I've not been shy in my praise of Rank Berry previously and there was nothing on show in this performance that would lead to me to distance myself from what I have said in the past.
While the rock and roll they play has a classic sound to it we can't help but hear it with fresh ears as so few others are doing similar.
Meanwhile Soul Remover are solid in their understanding of what makes good rock music and are not shy in delivering it to us.
While grunge music was the response to a rock world that was disappearing under a cloud of hairspray and lip gloss you could argue that Soul Remover have refused to entertain turning their back on the punk sleaze attitude of that era, and instead just took it into the gym and pumped it full of steroids and put it back out on the streets while telling it to walk like a man.
It's a macho thrill ride, but not in any misogynistic sense.

Both acts are a breathe of fresh air in what is increasingly becoming a stagnant scene
For What Worth ( are a whole different story again.
While they are a rock band they operate on a different level.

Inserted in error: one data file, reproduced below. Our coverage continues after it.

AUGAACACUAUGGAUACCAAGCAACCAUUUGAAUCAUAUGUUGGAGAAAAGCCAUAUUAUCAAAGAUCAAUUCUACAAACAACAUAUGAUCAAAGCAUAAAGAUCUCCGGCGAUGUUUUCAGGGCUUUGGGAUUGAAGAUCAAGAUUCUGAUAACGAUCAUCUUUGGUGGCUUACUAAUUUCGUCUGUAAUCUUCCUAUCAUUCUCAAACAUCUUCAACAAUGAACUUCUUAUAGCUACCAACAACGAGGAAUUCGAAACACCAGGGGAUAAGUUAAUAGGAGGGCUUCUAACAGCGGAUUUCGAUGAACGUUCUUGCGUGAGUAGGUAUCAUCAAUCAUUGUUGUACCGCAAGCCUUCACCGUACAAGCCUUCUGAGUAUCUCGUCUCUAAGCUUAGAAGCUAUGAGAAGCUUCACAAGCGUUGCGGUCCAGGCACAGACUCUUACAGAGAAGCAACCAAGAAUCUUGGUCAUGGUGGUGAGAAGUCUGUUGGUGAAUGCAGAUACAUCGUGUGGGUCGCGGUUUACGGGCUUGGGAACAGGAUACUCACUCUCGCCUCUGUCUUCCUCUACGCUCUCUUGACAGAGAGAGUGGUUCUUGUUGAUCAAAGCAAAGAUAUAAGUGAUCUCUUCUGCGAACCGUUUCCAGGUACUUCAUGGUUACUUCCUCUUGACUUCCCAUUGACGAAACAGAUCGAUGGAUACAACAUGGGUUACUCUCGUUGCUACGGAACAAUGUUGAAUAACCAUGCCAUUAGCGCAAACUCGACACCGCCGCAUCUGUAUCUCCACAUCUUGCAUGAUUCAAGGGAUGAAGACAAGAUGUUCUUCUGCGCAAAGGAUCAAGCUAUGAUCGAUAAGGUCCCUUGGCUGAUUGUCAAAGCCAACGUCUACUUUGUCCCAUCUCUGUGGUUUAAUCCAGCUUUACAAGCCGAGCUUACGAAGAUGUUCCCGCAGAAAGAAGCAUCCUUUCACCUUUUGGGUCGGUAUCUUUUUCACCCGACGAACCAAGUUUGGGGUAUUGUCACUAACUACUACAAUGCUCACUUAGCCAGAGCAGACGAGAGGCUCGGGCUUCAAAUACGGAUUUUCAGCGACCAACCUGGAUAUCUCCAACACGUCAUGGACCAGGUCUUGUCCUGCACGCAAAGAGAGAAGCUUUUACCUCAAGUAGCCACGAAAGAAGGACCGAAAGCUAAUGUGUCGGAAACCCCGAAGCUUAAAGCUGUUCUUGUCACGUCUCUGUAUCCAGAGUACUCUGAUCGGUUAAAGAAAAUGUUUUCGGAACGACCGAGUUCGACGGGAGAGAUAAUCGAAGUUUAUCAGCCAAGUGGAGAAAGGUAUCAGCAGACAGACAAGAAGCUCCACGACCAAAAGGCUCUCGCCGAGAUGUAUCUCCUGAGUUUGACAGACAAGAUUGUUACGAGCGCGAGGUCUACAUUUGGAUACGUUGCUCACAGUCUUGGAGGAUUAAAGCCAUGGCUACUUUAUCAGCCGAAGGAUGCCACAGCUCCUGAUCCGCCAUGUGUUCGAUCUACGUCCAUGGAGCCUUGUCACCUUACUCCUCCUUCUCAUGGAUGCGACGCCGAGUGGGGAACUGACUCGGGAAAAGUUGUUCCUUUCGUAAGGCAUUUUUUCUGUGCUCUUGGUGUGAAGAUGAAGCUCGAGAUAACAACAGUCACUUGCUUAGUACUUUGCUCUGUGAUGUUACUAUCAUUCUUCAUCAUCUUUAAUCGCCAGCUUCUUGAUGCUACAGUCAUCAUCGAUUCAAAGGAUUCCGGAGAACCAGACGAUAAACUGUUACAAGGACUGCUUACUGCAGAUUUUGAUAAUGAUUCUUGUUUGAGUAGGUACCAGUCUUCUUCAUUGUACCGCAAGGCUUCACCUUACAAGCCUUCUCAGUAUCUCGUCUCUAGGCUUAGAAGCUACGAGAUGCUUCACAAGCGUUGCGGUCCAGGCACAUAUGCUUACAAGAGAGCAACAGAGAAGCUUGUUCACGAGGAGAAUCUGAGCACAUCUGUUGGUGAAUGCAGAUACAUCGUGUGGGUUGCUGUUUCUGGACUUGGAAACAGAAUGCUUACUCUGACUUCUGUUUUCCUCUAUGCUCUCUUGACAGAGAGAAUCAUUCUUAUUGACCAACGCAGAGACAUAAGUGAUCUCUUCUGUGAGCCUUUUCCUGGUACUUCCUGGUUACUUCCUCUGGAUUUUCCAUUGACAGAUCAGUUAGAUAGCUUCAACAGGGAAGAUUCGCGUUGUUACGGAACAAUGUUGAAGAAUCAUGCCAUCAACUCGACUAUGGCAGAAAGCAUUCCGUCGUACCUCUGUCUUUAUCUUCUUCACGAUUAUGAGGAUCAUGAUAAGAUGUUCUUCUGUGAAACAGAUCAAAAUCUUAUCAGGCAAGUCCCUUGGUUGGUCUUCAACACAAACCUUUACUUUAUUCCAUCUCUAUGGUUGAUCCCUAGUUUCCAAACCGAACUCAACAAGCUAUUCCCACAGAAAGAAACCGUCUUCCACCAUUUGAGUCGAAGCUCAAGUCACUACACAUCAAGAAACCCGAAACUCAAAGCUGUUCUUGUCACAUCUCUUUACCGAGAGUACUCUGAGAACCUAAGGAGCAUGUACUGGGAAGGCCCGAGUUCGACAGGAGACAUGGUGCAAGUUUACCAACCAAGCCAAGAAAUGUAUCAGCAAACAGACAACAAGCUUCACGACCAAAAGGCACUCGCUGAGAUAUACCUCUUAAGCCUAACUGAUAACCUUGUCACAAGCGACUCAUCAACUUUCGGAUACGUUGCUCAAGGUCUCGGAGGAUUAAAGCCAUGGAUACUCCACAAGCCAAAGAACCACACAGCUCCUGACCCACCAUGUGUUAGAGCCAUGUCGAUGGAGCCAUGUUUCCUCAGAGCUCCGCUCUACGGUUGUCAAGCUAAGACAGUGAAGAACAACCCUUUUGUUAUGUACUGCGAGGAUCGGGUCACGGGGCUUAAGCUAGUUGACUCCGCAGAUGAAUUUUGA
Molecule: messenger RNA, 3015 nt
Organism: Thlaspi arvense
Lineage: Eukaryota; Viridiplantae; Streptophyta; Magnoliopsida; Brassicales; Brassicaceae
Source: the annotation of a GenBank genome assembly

While we are all aware of the pop punk scene that came out of the US these young guys are more indie punk.
This is the sound of a band raised on Radiohead and Arctic Monkeys melding that UK indie rock genre to a more US based punk one while neatly giving the shiny teeth and smiley pop angle a body swerve.
It's difficult to watch them and appreciate that this is a band who are just setting out into the world.
Close your eyes and they sound like seasoned veterans who are finally drawing all their talents together to make something special.
Definitely an act to watch out for.

Wednesday, 7 August 2013

No Mean City Special - Little Fire Interview

Wooooh. Damien Rice eh? We know each other Jamie so let's me this a bit more informal. So how the hell did that come about? One minute I'm talking to you online and you are packing to go to Switzerland and the next there's photos of you and him performing on the grass like a pair of hippies, and then footage is upped of you singing Hallelujah with him.
Not a bad day for you?

Helloooo! Not a bad day at all.
I was invited at the start of the year to play at the Blue Balls Festival in Luzerne in Switzerland in July - Luzerne is incredibly beautiful - and I’d been excited all year about performing at it.
It’s a definite highlight in my career so far as the line-up included Damien Rice, Elvis Costello, James Morrison, John Legend and a host of acts from around the world who are considered to be at the breaking artist level.
I was certainly in some esteemed company.